The parts marked in the figure are horizontally co-edged, but not co-edged with the lower part, and should be cut before the large part below.
Priority cutting of longer parts
When performing co-edge cutting, long parts are most prone to deformation, so when arranging the cutting sequence, the longer parts should be cut first (see Figure 6).
The longer parts marked in the figure should be cut first, and then the upper square parts.
Co-edge cutting principle of the inner contour
(1) Avoid forming the too small inner contour
When co-edge cutting, two parts with grooves should be placed relative to each other to form an inner contour after co-edge. In the cutting process, the steel plate must be repositioned, perforated, and introduced, and the inner contour forming and cutting is completed first, and then other parts of the part are cut. However, if the size of the inner contour to be formed is too small, it is not only easy to damage the workpiece itself but also takes too long. The practice has proved that if the inner contour size is less than 500mm×500mm, it is not suitable to perform co-edge cutting (see Figure 7).
The inner contour formed by co-edge at A in the figure is less than 500mmx500mm, and co-edge cutting should not be performed. The inner contour formed by the edge at B is larger, and edge cutting can be performed.
(2) Common edge principle of chamfered parts
For rectangular parts with small rounded corners or rounded corners with a small radius (see Figure 8), all co-edges will form a smaller inner contour (see Figure 8 in area A), so four short lengths cannot be allowed The sides are shared at the same time. Instead, it should take the long-side first, and the two sides are shared (see area B in Figure 8).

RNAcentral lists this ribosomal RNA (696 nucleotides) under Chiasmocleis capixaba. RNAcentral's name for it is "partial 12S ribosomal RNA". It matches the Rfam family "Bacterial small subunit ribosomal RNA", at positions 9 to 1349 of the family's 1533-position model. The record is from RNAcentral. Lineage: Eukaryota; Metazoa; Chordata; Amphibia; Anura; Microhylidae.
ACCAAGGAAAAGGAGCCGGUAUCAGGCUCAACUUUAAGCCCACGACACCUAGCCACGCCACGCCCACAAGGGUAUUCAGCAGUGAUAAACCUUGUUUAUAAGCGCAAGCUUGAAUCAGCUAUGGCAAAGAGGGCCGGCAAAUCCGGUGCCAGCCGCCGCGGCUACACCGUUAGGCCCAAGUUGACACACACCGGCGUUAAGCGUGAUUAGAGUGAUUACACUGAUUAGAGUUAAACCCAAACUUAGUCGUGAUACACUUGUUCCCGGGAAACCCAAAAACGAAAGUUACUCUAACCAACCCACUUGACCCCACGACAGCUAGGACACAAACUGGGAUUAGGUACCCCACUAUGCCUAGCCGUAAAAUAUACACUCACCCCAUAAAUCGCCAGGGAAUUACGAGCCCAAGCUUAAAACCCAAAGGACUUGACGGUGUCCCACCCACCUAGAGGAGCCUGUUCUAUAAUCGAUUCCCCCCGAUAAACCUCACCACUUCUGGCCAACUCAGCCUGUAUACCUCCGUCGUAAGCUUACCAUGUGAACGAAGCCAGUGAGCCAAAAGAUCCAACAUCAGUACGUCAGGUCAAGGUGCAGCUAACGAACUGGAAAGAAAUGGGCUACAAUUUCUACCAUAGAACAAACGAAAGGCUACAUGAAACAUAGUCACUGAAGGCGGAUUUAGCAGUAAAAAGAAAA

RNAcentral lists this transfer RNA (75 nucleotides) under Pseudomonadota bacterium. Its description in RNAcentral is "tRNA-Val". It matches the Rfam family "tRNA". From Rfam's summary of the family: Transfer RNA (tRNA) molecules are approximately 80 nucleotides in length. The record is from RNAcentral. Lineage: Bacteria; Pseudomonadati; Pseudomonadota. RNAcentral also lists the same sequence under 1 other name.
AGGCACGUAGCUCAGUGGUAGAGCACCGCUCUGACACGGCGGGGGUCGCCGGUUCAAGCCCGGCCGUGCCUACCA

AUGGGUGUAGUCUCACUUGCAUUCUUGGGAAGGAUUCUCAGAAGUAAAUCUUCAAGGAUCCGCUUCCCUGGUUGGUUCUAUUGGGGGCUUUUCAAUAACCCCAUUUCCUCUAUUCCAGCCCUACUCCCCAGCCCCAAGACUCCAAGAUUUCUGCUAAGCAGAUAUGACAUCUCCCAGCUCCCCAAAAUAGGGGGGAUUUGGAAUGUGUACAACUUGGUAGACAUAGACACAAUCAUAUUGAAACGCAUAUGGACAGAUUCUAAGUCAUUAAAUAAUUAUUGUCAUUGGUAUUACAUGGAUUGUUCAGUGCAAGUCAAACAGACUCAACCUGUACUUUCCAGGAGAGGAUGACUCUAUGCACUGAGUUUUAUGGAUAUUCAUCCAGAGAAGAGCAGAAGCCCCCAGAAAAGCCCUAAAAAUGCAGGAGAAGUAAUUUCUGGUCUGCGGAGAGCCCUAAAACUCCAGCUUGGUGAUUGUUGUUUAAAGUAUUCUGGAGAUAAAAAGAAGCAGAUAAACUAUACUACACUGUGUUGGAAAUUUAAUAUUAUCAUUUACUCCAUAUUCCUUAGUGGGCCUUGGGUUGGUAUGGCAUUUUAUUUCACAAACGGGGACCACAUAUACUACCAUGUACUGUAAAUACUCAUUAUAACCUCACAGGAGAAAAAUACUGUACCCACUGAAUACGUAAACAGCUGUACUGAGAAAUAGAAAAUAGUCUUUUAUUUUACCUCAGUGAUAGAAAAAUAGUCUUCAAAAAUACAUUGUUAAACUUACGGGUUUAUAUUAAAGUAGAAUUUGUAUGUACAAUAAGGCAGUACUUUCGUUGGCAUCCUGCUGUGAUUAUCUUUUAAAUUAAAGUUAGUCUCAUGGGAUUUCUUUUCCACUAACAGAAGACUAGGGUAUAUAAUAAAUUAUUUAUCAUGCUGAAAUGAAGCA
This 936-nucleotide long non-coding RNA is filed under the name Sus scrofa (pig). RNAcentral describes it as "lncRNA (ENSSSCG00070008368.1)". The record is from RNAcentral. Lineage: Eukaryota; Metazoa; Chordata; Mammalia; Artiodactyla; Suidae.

Co-edge principle of parts with regular shapes
In the process of cutting parts, under the condition of ensuring the quality of the parts, the cutting trajectory can be changed to save materials, man-hours, energy, and other purposes. This article introduces the following four typical processes for changing the trajectory (see Figure 9).
(1) S type common edge cutting
S-type edge cutting is to pierce and introduce from the starting point and cut two parts at a time. The cutting path is A1→A2→A3→A4→A1→A6→A5→A4. The flame travels in a similar s shape (see the edge cutting trajectory in area 9A).
(2) Ladder-type edge
When the parts are squares of the same size, they should all share the same side and adopt a stepped cutting track to save the time of piercing and the cutting path. The cutting track is: track 1 is B1→B2→B3→B4→B5; track 2 is B3→B6→B7→B4→B8→B9; track 3 is B6→B10→B11→B7→B12→B8→B13→B1. And so on, until the last stepped edge part is cut. The flame travel trajectory is similar to a continuous step (see Figure 9 B area stepped common cutting trajectory).
(3) Trapezoid edge principle
When the parts are trapezoids of the same size or similar to trapezoids, every two parts should be co-edged, and after interspersed placement, make every two adjacent parts become S-shaped co-ed, to save the occupied steel plate area. Reduce perforation time and cutting path. The cutting track is: Track 1 is C1→C2→C3→C4→C5→C6→C7→C1→C8→C9→C10→C11→C12→C7. In the same way, trajectory 2 starts from C13 to do S-shaped edge cutting. (See Fig. 9 C area ladder-type common edge cutting track).
(4) Track connection
Connect the adjacent tracks without affecting the cutting of parts, so that the cutting of several adjacent parts can be done at one go. This method can greatly reduce perforation, save time and energy, and improve efficiency. After connecting the adjacent tracks in areas A and C in Fig. 9, 124 parts can be completed with only 29 cutting tracks (see Fig. 10 and Fig. 11).
Parts that need to be flame-cut are sometimes very complicated in shape, sometimes the number of parts is extremely large, and the above nesting rules obtained to save time, labor, and cost are only a summary of practical experience. In actual production, We will continue to encounter more new problems. Only through unremitting efforts and earnest accumulation, nesting personnel can continuously summarize better methods.